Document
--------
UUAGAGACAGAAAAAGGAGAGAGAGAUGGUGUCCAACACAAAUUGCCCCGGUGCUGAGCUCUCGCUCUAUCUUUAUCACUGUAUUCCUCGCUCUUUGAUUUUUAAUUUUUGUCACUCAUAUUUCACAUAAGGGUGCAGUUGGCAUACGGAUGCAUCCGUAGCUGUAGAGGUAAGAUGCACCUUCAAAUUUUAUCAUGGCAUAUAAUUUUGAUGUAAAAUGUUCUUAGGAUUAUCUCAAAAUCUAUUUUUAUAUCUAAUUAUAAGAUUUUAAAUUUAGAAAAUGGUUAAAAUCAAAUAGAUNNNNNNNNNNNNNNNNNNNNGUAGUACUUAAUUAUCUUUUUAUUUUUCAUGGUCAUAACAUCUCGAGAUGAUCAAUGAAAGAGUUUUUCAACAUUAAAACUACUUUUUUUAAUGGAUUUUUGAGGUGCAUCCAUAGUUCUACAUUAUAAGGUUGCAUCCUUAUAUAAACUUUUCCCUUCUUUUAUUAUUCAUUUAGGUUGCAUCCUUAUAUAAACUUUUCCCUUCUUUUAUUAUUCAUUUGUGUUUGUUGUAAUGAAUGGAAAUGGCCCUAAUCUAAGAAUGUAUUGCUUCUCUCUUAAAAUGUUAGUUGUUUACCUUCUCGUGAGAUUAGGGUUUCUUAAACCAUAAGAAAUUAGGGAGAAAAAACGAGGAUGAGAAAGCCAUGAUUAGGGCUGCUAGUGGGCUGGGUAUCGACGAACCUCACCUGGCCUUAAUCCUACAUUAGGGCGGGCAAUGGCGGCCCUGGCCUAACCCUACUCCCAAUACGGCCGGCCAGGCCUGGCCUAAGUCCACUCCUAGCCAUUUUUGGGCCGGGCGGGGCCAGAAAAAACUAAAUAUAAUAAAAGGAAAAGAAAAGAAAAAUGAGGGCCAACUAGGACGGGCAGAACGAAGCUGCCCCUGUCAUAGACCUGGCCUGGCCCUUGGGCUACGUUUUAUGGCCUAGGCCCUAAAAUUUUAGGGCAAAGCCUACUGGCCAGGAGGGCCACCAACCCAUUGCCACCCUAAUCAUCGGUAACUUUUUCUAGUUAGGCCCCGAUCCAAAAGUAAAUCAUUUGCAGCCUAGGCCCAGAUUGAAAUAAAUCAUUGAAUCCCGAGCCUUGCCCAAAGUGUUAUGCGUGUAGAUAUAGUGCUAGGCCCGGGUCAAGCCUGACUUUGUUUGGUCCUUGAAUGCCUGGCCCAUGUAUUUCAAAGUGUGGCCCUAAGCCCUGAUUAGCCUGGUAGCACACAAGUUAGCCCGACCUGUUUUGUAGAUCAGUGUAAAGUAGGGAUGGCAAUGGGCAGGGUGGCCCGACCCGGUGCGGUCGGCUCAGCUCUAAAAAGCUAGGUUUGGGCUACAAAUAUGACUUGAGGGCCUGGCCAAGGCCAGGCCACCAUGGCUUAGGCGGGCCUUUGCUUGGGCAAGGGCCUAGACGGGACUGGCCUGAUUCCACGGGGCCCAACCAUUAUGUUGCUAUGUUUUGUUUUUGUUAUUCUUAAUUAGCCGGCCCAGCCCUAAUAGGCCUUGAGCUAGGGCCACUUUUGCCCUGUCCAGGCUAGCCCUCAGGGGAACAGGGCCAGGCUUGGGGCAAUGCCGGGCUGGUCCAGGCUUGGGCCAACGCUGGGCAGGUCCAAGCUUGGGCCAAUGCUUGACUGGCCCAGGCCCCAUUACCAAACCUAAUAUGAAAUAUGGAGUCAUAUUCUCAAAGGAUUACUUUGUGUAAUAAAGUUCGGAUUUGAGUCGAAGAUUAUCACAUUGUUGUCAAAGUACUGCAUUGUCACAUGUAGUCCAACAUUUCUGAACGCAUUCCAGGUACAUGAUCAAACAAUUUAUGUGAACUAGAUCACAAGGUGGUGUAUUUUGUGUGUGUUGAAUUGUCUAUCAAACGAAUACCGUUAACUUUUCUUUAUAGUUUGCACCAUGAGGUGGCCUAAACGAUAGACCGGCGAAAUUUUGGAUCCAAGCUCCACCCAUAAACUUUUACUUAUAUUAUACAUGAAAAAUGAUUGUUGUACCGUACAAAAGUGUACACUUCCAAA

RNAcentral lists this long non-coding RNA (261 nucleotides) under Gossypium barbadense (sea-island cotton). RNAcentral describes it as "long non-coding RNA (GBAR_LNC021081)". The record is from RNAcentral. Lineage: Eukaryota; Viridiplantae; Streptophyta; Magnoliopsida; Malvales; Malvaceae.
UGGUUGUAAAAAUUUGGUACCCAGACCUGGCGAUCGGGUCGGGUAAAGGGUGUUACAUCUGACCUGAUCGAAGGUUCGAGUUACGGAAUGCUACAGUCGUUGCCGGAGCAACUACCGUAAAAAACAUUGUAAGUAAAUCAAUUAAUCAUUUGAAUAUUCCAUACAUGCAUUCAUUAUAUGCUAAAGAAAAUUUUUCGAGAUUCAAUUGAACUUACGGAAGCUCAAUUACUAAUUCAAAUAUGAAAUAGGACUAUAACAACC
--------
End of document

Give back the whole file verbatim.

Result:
UUAGAGACAGAAAAAGGAGAGAGAGAUGGUGUCCAACACAAAUUGCCCCGGUGCUGAGCUCUCGCUCUAUCUUUAUCACUGUAUUCCUCGCUCUUUGAUUUUUAAUUUUUGUCACUCAUAUUUCACAUAAGGGUGCAGUUGGCAUACGGAUGCAUCCGUAGCUGUAGAGGUAAGAUGCACCUUCAAAUUUUAUCAUGGCAUAUAAUUUUGAUGUAAAAUGUUCUUAGGAUUAUCUCAAAAUCUAUUUUUAUAUCUAAUUAUAAGAUUUUAAAUUUAGAAAAUGGUUAAAAUCAAAUAGAUNNNNNNNNNNNNNNNNNNNNGUAGUACUUAAUUAUCUUUUUAUUUUUCAUGGUCAUAACAUCUCGAGAUGAUCAAUGAAAGAGUUUUUCAACAUUAAAACUACUUUUUUUAAUGGAUUUUUGAGGUGCAUCCAUAGUUCUACAUUAUAAGGUUGCAUCCUUAUAUAAACUUUUCCCUUCUUUUAUUAUUCAUUUAGGUUGCAUCCUUAUAUAAACUUUUCCCUUCUUUUAUUAUUCAUUUGUGUUUGUUGUAAUGAAUGGAAAUGGCCCUAAUCUAAGAAUGUAUUGCUUCUCUCUUAAAAUGUUAGUUGUUUACCUUCUCGUGAGAUUAGGGUUUCUUAAACCAUAAGAAAUUAGGGAGAAAAAACGAGGAUGAGAAAGCCAUGAUUAGGGCUGCUAGUGGGCUGGGUAUCGACGAACCUCACCUGGCCUUAAUCCUACAUUAGGGCGGGCAAUGGCGGCCCUGGCCUAACCCUACUCCCAAUACGGCCGGCCAGGCCUGGCCUAAGUCCACUCCUAGCCAUUUUUGGGCCGGGCGGGGCCAGAAAAAACUAAAUAUAAUAAAAGGAAAAGAAAAGAAAAAUGAGGGCCAACUAGGACGGGCAGAACGAAGCUGCCCCUGUCAUAGACCUGGCCUGGCCCUUGGGCUACGUUUUAUGGCCUAGGCCCUAAAAUUUUAGGGCAAAGCCUACUGGCCAGGAGGGCCACCAACCCAUUGCCACCCUAAUCAUCGGUAACUUUUUCUAGUUAGGCCCCGAUCCAAAAGUAAAUCAUUUGCAGCCUAGGCCCAGAUUGAAAUAAAUCAUUGAAUCCCGAGCCUUGCCCAAAGUGUUAUGCGUGUAGAUAUAGUGCUAGGCCCGGGUCAAGCCUGACUUUGUUUGGUCCUUGAAUGCCUGGCCCAUGUAUUUCAAAGUGUGGCCCUAAGCCCUGAUUAGCCUGGUAGCACACAAGUUAGCCCGACCUGUUUUGUAGAUCAGUGUAAAGUAGGGAUGGCAAUGGGCAGGGUGGCCCGACCCGGUGCGGUCGGCUCAGCUCUAAAAAGCUAGGUUUGGGCUACAAAUAUGACUUGAGGGCCUGGCCAAGGCCAGGCCACCAUGGCUUAGGCGGGCCUUUGCUUGGGCAAGGGCCUAGACGGGACUGGCCUGAUUCCACGGGGCCCAACCAUUAUGUUGCUAUGUUUUGUUUUUGUUAUUCUUAAUUAGCCGGCCCAGCCCUAAUAGGCCUUGAGCUAGGGCCACUUUUGCCCUGUCCAGGCUAGCCCUCAGGGGAACAGGGCCAGGCUUGGGGCAAUGCCGGGCUGGUCCAGGCUUGGGCCAACGCUGGGCAGGUCCAAGCUUGGGCCAAUGCUUGACUGGCCCAGGCCCCAUUACCAAACCUAAUAUGAAAUAUGGAGUCAUAUUCUCAAAGGAUUACUUUGUGUAAUAAAGUUCGGAUUUGAGUCGAAGAUUAUCACAUUGUUGUCAAAGUACUGCAUUGUCACAUGUAGUCCAACAUUUCUGAACGCAUUCCAGGUACAUGAUCAAACAAUUUAUGUGAACUAGAUCACAAGGUGGUGUAUUUUGUGUGUGUUGAAUUGUCUAUCAAACGAAUACCGUUAACUUUUCUUUAUAGUUUGCACCAUGAGGUGGCCUAAACGAUAGACCGGCGAAAUUUUGGAUCCAAGCUCCACCCAUAAACUUUUACUUAUAUUAUACAUGAAAAAUGAUUGUUGUACCGUACAAAAGUGUACACUUCCAAA

RNAcentral lists this long non-coding RNA (261 nucleotides) under Gossypium barbadense (sea-island cotton). RNAcentral describes it as "long non-coding RNA (GBAR_LNC021081)". The record is from RNAcentral. Lineage: Eukaryota; Viridiplantae; Streptophyta; Magnoliopsida; Malvales; Malvaceae.
UGGUUGUAAAAAUUUGGUACCCAGACCUGGCGAUCGGGUCGGGUAAAGGGUGUUACAUCUGACCUGAUCGAAGGUUCGAGUUACGGAAUGCUACAGUCGUUGCCGGAGCAACUACCGUAAAAAACAUUGUAAGUAAAUCAAUUAAUCAUUUGAAUAUUCCAUACAUGCAUUCAUUAUAUGCUAAAGAAAAUUUUUCGAGAUUCAAUUGAACUUACGGAAGCUCAAUUACUAAUUCAAAUAUGAAAUAGGACUAUAACAACC